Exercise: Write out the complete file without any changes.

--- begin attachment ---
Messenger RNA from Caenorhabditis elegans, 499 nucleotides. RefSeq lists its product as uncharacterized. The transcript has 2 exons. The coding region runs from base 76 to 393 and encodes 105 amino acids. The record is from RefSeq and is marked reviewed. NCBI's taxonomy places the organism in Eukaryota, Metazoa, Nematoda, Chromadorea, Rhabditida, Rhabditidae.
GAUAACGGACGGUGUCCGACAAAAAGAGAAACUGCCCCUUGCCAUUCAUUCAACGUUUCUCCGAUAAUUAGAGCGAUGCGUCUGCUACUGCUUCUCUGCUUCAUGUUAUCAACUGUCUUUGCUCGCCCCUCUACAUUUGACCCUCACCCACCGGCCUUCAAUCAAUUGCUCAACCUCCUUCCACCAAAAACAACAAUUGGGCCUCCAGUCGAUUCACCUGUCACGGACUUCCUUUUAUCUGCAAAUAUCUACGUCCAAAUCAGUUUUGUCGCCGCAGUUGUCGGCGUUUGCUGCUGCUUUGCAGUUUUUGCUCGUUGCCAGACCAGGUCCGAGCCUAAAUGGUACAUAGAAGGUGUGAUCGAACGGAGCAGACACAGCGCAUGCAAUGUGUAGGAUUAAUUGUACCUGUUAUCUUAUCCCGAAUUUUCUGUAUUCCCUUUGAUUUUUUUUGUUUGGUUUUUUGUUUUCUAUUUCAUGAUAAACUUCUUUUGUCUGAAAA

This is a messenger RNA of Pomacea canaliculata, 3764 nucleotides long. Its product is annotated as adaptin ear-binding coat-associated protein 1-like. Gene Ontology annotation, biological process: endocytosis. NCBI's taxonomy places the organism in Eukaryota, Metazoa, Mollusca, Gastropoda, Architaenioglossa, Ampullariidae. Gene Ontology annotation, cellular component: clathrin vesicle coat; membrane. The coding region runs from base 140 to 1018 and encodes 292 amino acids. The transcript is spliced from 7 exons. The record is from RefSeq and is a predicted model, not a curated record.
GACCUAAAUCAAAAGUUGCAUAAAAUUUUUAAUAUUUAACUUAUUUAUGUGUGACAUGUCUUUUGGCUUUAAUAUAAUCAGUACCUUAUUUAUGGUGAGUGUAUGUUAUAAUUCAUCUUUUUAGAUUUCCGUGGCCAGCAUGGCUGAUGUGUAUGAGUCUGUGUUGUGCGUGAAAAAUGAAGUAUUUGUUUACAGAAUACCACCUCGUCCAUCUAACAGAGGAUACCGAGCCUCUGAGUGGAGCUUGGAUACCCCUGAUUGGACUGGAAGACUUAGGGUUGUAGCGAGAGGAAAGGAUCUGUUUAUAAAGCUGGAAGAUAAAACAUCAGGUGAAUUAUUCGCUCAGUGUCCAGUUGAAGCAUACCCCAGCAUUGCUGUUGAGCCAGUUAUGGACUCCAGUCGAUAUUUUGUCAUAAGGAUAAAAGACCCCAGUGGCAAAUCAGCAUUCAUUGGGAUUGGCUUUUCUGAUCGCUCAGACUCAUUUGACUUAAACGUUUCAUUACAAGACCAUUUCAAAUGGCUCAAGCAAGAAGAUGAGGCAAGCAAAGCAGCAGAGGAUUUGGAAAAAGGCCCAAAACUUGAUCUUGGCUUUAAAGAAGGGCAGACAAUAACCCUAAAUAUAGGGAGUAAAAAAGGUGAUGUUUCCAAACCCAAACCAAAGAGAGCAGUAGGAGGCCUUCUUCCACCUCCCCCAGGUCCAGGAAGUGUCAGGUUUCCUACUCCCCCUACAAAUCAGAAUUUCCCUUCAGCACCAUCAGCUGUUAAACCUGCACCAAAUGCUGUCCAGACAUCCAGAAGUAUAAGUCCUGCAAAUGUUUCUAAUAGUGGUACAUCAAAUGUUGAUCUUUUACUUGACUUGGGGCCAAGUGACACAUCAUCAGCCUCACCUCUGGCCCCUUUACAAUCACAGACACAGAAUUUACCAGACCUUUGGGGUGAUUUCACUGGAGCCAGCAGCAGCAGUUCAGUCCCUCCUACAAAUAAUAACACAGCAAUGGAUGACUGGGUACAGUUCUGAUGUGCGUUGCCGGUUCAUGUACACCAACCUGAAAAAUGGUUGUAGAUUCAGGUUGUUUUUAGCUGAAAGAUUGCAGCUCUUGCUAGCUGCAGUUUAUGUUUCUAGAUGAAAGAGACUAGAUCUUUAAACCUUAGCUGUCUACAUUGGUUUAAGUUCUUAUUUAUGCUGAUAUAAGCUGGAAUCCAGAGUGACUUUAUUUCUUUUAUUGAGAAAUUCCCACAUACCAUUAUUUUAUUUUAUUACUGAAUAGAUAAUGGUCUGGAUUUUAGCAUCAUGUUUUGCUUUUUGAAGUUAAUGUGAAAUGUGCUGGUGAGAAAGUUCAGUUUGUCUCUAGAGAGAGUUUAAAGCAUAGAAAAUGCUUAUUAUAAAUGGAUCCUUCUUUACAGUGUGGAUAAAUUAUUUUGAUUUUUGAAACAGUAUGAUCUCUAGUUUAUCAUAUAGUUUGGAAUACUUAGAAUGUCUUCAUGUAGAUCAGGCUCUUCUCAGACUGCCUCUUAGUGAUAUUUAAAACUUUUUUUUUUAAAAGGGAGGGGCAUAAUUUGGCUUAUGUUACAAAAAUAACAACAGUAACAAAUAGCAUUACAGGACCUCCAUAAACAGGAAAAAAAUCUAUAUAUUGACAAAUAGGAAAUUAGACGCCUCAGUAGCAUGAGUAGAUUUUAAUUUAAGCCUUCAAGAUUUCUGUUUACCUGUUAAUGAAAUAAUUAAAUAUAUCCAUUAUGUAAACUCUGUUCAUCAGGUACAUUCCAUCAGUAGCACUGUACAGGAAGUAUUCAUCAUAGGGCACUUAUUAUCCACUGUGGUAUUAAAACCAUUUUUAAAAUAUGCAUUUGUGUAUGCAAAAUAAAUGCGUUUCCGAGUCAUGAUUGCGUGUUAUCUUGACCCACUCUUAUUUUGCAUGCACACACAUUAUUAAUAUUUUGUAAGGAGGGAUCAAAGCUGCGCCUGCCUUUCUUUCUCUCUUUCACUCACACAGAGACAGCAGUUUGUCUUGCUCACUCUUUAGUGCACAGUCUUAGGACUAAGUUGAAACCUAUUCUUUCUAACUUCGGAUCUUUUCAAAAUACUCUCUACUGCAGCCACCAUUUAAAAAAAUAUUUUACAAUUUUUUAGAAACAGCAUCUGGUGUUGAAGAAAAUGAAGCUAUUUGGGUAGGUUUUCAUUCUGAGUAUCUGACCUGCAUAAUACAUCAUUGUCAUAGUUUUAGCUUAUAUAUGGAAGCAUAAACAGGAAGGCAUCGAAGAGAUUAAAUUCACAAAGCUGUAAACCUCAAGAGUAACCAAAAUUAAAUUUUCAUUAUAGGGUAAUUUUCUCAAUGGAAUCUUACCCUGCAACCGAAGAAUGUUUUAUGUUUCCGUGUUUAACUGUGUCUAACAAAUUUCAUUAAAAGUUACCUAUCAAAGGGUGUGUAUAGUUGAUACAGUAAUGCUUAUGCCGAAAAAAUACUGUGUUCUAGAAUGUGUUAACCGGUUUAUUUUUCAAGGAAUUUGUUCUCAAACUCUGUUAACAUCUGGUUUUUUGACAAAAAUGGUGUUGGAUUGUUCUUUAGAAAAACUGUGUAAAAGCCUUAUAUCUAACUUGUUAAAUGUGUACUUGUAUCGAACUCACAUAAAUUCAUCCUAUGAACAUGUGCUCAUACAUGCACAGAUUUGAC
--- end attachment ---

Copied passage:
Messenger RNA from Caenorhabditis elegans, 499 nucleotides. RefSeq lists its product as uncharacterized. The transcript has 2 exons. The coding region runs from base 76 to 393 and encodes 105 amino acids. The record is from RefSeq and is marked reviewed. NCBI's taxonomy places the organism in Eukaryota, Metazoa, Nematoda, Chromadorea, Rhabditida, Rhabditidae.
GAUAACGGACGGUGUCCGACAAAAAGAGAAACUGCCCCUUGCCAUUCAUUCAACGUUUCUCCGAUAAUUAGAGCGAUGCGUCUGCUACUGCUUCUCUGCUUCAUGUUAUCAACUGUCUUUGCUCGCCCCUCUACAUUUGACCCUCACCCACCGGCCUUCAAUCAAUUGCUCAACCUCCUUCCACCAAAAACAACAAUUGGGCCUCCAGUCGAUUCACCUGUCACGGACUUCCUUUUAUCUGCAAAUAUCUACGUCCAAAUCAGUUUUGUCGCCGCAGUUGUCGGCGUUUGCUGCUGCUUUGCAGUUUUUGCUCGUUGCCAGACCAGGUCCGAGCCUAAAUGGUACAUAGAAGGUGUGAUCGAACGGAGCAGACACAGCGCAUGCAAUGUGUAGGAUUAAUUGUACCUGUUAUCUUAUCCCGAAUUUUCUGUAUUCCCUUUGAUUUUUUUUGUUUGGUUUUUUGUUUUCUAUUUCAUGAUAAACUUCUUUUGUCUGAAAA

This is a messenger RNA of Pomacea canaliculata, 3764 nucleotides long. Its product is annotated as adaptin ear-binding coat-associated protein 1-like. Gene Ontology annotation, biological process: endocytosis. NCBI's taxonomy places the organism in Eukaryota, Metazoa, Mollusca, Gastropoda, Architaenioglossa, Ampullariidae. Gene Ontology annotation, cellular component: clathrin vesicle coat; membrane. The coding region runs from base 140 to 1018 and encodes 292 amino acids. The transcript is spliced from 7 exons. The record is from RefSeq and is a predicted model, not a curated record.
GACCUAAAUCAAAAGUUGCAUAAAAUUUUUAAUAUUUAACUUAUUUAUGUGUGACAUGUCUUUUGGCUUUAAUAUAAUCAGUACCUUAUUUAUGGUGAGUGUAUGUUAUAAUUCAUCUUUUUAGAUUUCCGUGGCCAGCAUGGCUGAUGUGUAUGAGUCUGUGUUGUGCGUGAAAAAUGAAGUAUUUGUUUACAGAAUACCACCUCGUCCAUCUAACAGAGGAUACCGAGCCUCUGAGUGGAGCUUGGAUACCCCUGAUUGGACUGGAAGACUUAGGGUUGUAGCGAGAGGAAAGGAUCUGUUUAUAAAGCUGGAAGAUAAAACAUCAGGUGAAUUAUUCGCUCAGUGUCCAGUUGAAGCAUACCCCAGCAUUGCUGUUGAGCCAGUUAUGGACUCCAGUCGAUAUUUUGUCAUAAGGAUAAAAGACCCCAGUGGCAAAUCAGCAUUCAUUGGGAUUGGCUUUUCUGAUCGCUCAGACUCAUUUGACUUAAACGUUUCAUUACAAGACCAUUUCAAAUGGCUCAAGCAAGAAGAUGAGGCAAGCAAAGCAGCAGAGGAUUUGGAAAAAGGCCCAAAACUUGAUCUUGGCUUUAAAGAAGGGCAGACAAUAACCCUAAAUAUAGGGAGUAAAAAAGGUGAUGUUUCCAAACCCAAACCAAAGAGAGCAGUAGGAGGCCUUCUUCCACCUCCCCCAGGUCCAGGAAGUGUCAGGUUUCCUACUCCCCCUACAAAUCAGAAUUUCCCUUCAGCACCAUCAGCUGUUAAACCUGCACCAAAUGCUGUCCAGACAUCCAGAAGUAUAAGUCCUGCAAAUGUUUCUAAUAGUGGUACAUCAAAUGUUGAUCUUUUACUUGACUUGGGGCCAAGUGACACAUCAUCAGCCUCACCUCUGGCCCCUUUACAAUCACAGACACAGAAUUUACCAGACCUUUGGGGUGAUUUCACUGGAGCCAGCAGCAGCAGUUCAGUCCCUCCUACAAAUAAUAACACAGCAAUGGAUGACUGGGUACAGUUCUGAUGUGCGUUGCCGGUUCAUGUACACCAACCUGAAAAAUGGUUGUAGAUUCAGGUUGUUUUUAGCUGAAAGAUUGCAGCUCUUGCUAGCUGCAGUUUAUGUUUCUAGAUGAAAGAGACUAGAUCUUUAAACCUUAGCUGUCUACAUUGGUUUAAGUUCUUAUUUAUGCUGAUAUAAGCUGGAAUCCAGAGUGACUUUAUUUCUUUUAUUGAGAAAUUCCCACAUACCAUUAUUUUAUUUUAUUACUGAAUAGAUAAUGGUCUGGAUUUUAGCAUCAUGUUUUGCUUUUUGAAGUUAAUGUGAAAUGUGCUGGUGAGAAAGUUCAGUUUGUCUCUAGAGAGAGUUUAAAGCAUAGAAAAUGCUUAUUAUAAAUGGAUCCUUCUUUACAGUGUGGAUAAAUUAUUUUGAUUUUUGAAACAGUAUGAUCUCUAGUUUAUCAUAUAGUUUGGAAUACUUAGAAUGUCUUCAUGUAGAUCAGGCUCUUCUCAGACUGCCUCUUAGUGAUAUUUAAAACUUUUUUUUUUAAAAGGGAGGGGCAUAAUUUGGCUUAUGUUACAAAAAUAACAACAGUAACAAAUAGCAUUACAGGACCUCCAUAAACAGGAAAAAAAUCUAUAUAUUGACAAAUAGGAAAUUAGACGCCUCAGUAGCAUGAGUAGAUUUUAAUUUAAGCCUUCAAGAUUUCUGUUUACCUGUUAAUGAAAUAAUUAAAUAUAUCCAUUAUGUAAACUCUGUUCAUCAGGUACAUUCCAUCAGUAGCACUGUACAGGAAGUAUUCAUCAUAGGGCACUUAUUAUCCACUGUGGUAUUAAAACCAUUUUUAAAAUAUGCAUUUGUGUAUGCAAAAUAAAUGCGUUUCCGAGUCAUGAUUGCGUGUUAUCUUGACCCACUCUUAUUUUGCAUGCACACACAUUAUUAAUAUUUUGUAAGGAGGGAUCAAAGCUGCGCCUGCCUUUCUUUCUCUCUUUCACUCACACAGAGACAGCAGUUUGUCUUGCUCACUCUUUAGUGCACAGUCUUAGGACUAAGUUGAAACCUAUUCUUUCUAACUUCGGAUCUUUUCAAAAUACUCUCUACUGCAGCCACCAUUUAAAAAAAUAUUUUACAAUUUUUUAGAAACAGCAUCUGGUGUUGAAGAAAAUGAAGCUAUUUGGGUAGGUUUUCAUUCUGAGUAUCUGACCUGCAUAAUACAUCAUUGUCAUAGUUUUAGCUUAUAUAUGGAAGCAUAAACAGGAAGGCAUCGAAGAGAUUAAAUUCACAAAGCUGUAAACCUCAAGAGUAACCAAAAUUAAAUUUUCAUUAUAGGGUAAUUUUCUCAAUGGAAUCUUACCCUGCAACCGAAGAAUGUUUUAUGUUUCCGUGUUUAACUGUGUCUAACAAAUUUCAUUAAAAGUUACCUAUCAAAGGGUGUGUAUAGUUGAUACAGUAAUGCUUAUGCCGAAAAAAUACUGUGUUCUAGAAUGUGUUAACCGGUUUAUUUUUCAAGGAAUUUGUUCUCAAACUCUGUUAACAUCUGGUUUUUUGACAAAAAUGGUGUUGGAUUGUUCUUUAGAAAAACUGUGUAAAAGCCUUAUAUCUAACUUGUUAAAUGUGUACUUGUAUCGAACUCACAUAAAUUCAUCCUAUGAACAUGUGCUCAUACAUGCACAGAUUUGAC